A regular diet high in fruits and vegetables is worth following for other health benefits, as well…
“We know that a diet high in flavonoids is also a diet high in fruits and vegetables. In these foods you also find antioxidant vitamins, fiber and other nutrients that may be beneficial to keep in good health,” the team of scientists explained. “This kind of diet is also associated with less morbidity resulting from cardiovascular diseases, cancer, diabetes. Therefore, to keep in good health, rather than focusing on a specific nutrient, it would more beneficial to adopt a diet with more fruits and vegetables, more fish; Less saturated fat, less salt, less processed foods.
“Only randomized trials would give a confirmation, ” they continued, “but it would be long and expensive, whereas we already know that ‘healthy’ dietary patterns are more likely to be beneficial for health.”
Journal Reference: American Journal of Epidemiology

This article is for informational and educational

purposes only;  It is not intended to provide
medical advice, diagnosis or treatment.
Consult your doctor or healthcare professional.

Beta-Carot​ene Supplement​s Benefit The Aging Brain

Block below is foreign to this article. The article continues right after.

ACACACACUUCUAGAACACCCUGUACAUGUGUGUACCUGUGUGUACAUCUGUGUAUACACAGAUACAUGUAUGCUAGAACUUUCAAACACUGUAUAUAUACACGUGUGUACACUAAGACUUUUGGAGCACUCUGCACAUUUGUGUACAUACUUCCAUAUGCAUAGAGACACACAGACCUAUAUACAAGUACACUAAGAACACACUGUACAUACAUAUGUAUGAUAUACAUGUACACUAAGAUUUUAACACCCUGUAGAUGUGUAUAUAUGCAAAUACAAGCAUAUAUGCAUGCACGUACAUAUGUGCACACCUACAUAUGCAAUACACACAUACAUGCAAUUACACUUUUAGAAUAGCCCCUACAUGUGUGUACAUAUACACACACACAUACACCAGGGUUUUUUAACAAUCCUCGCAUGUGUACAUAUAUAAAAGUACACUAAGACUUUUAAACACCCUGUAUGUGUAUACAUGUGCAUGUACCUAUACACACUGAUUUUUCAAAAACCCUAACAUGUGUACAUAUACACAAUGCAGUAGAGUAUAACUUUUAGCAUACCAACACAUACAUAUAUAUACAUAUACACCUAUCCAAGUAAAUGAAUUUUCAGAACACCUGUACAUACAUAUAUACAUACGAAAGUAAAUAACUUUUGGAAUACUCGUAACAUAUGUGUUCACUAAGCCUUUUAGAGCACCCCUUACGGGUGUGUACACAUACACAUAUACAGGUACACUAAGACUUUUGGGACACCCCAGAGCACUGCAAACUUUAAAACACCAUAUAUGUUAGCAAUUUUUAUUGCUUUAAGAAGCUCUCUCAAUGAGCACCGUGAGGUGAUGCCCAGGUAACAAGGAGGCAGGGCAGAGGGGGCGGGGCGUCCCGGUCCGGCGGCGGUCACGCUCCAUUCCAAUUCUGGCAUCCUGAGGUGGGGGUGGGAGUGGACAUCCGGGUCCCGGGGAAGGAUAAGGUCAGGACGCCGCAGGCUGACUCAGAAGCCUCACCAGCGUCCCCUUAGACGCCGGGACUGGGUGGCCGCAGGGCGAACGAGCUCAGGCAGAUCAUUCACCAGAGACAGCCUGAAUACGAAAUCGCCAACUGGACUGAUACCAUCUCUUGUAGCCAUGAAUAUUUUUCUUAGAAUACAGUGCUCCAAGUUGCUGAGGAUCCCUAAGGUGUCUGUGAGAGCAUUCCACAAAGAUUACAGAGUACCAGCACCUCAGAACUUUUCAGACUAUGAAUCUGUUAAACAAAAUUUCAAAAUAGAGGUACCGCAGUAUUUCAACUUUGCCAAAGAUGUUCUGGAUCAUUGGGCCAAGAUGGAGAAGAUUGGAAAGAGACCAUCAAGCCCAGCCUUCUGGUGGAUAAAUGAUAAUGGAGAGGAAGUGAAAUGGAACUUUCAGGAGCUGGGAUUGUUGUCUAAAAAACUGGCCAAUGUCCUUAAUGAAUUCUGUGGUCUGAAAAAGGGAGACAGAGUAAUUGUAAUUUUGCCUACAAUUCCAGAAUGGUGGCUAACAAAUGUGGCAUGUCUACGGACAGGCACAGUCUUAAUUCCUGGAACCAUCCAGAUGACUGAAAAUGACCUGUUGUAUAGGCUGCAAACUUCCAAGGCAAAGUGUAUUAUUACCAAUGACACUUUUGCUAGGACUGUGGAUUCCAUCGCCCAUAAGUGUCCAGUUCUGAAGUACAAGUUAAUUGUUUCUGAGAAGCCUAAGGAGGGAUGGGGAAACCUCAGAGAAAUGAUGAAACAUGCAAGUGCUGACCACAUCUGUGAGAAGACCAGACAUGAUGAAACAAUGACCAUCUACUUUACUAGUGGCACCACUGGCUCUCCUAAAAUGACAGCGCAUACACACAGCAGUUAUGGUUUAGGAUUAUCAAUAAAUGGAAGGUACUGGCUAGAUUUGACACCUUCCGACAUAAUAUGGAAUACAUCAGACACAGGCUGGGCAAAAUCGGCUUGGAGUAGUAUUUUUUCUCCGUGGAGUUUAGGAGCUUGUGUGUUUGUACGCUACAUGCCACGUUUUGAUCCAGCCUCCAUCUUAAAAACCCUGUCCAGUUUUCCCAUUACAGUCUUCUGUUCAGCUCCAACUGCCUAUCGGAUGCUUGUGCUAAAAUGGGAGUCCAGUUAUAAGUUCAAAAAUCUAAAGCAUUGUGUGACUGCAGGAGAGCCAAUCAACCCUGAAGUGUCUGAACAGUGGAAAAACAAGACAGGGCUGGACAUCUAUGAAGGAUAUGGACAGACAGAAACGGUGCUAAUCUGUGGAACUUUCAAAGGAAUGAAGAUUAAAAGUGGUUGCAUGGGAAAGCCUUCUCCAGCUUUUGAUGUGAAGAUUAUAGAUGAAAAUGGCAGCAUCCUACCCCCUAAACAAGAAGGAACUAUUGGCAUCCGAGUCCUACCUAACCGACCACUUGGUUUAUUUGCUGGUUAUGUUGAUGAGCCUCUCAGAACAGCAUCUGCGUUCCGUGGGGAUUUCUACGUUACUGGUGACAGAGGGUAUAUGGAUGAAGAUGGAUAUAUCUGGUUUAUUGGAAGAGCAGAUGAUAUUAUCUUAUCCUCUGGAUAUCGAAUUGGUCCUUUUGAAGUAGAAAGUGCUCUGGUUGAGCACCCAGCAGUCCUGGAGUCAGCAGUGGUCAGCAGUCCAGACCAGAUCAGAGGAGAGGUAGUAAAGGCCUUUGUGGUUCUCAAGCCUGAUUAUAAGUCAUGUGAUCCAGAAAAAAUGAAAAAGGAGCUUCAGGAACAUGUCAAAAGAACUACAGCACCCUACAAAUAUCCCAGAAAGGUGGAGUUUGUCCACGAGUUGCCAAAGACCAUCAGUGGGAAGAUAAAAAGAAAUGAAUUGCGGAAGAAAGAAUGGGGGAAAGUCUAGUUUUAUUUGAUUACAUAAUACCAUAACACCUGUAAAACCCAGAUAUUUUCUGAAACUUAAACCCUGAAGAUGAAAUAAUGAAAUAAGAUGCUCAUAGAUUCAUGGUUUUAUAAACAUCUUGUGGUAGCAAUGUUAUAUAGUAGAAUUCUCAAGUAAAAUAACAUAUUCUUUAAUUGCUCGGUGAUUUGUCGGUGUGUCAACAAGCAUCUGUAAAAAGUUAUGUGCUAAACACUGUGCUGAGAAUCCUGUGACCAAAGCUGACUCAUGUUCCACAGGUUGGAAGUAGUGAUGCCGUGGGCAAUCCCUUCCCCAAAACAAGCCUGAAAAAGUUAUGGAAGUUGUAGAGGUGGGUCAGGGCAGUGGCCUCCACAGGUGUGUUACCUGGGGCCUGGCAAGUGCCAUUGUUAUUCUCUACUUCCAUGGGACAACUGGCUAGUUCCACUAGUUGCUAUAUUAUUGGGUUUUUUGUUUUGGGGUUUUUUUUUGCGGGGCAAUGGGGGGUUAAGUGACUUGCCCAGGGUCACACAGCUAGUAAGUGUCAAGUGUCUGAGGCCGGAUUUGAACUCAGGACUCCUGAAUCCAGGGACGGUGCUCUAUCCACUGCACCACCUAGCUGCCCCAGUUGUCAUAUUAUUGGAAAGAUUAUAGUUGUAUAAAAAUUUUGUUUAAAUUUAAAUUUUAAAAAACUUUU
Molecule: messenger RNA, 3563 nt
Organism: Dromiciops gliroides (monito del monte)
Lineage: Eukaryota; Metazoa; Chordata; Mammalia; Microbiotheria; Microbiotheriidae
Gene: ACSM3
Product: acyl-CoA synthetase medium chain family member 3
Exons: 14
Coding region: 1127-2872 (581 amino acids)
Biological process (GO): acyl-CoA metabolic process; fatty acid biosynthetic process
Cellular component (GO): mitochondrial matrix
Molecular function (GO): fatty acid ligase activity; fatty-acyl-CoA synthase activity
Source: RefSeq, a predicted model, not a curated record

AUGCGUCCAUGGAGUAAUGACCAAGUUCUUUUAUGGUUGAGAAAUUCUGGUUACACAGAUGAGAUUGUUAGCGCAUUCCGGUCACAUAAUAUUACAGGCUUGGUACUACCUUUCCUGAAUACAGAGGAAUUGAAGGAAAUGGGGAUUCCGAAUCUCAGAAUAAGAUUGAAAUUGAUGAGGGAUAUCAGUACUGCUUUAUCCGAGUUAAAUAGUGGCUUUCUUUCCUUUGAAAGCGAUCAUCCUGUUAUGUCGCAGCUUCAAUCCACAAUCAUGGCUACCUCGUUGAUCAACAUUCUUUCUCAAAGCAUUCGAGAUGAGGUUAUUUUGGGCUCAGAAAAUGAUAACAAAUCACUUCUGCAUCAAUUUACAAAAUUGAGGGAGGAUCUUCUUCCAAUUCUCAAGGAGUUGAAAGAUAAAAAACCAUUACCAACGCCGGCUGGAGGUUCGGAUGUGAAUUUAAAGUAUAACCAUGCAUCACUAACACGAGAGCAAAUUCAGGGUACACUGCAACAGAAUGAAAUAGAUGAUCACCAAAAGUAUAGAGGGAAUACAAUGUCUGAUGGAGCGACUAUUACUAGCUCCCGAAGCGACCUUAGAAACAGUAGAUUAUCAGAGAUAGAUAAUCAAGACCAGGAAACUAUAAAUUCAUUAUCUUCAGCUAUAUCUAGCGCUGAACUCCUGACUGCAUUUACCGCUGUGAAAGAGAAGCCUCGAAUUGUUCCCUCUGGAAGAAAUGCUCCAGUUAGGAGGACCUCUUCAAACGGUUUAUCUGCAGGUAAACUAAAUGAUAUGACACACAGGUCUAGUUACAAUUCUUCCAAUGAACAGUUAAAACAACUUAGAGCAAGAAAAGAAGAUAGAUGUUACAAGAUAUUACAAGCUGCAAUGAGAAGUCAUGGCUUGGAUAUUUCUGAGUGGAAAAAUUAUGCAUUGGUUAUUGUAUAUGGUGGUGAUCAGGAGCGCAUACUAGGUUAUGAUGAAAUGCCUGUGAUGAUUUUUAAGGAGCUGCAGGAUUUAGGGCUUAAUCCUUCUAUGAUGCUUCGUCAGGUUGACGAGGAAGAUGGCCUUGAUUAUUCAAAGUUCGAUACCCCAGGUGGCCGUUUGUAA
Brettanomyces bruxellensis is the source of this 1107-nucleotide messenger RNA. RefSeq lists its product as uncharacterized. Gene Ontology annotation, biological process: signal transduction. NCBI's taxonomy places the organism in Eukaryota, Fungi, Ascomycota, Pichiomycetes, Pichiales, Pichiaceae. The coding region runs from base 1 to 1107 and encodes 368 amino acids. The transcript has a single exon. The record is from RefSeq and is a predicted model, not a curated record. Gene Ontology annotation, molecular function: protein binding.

Regular Beta-Carotene Intake Beta Carotene herbal product
Throughout Middle Age May Benefit The Aging Brain

A recent study of people taking beta-carotene supplements analyzing the key potential benefits against cognitive decline demonstrates there are ways, through basic “health-minded” lifestyle modifications, that proper nutritional intake can help memory as people get older.

Most importantly, the findings also suggest beta-carotene may help keep the brain sharp if taken regularly as a supplement for many years.

Results of the placebo-controlled study of 5,956 men were published in the Archives of Internal Medicine. Researchers from Brigham and Women’s Hospital in Boston reported that men who took betacarotene supplements every other day for an average 18 years scored much better in cognitive testing than those taking a placebo.

They scored especially well on verbal memory. However, those in a shorter-term test who averaged only one year of supplementation, did not demonstrate a similar benefit.

“Men who took beta-carotene for a mean of 18 years had about the same degree of cognitive function as men one year younger,” the researchers explained. “In other words, if you take beta-carotene for 18 years, you delay cognitive aging for about one year.”

They also said that women would likely see a similar long-term benefit. The researchers suggested that beta carotene might help delay the effects of aging on cognitive abilities by counter-acting oxidative damage in the brain.

“In this generally healthy population, the extent of protection conferred by long-term treatment appeared modest,” they noted. “Nonetheless, studies have established that very modest differences in cognition (especially verbal memory) predict substantial differences in eventual risk of dementia.”

The long-term group in the study included 4,052 participants in the Physicians Health Study who began taking supplements or placebo in 1982. Between 1998 and 2001, an additional 1,904 men were randomly assigned to one of the two groups.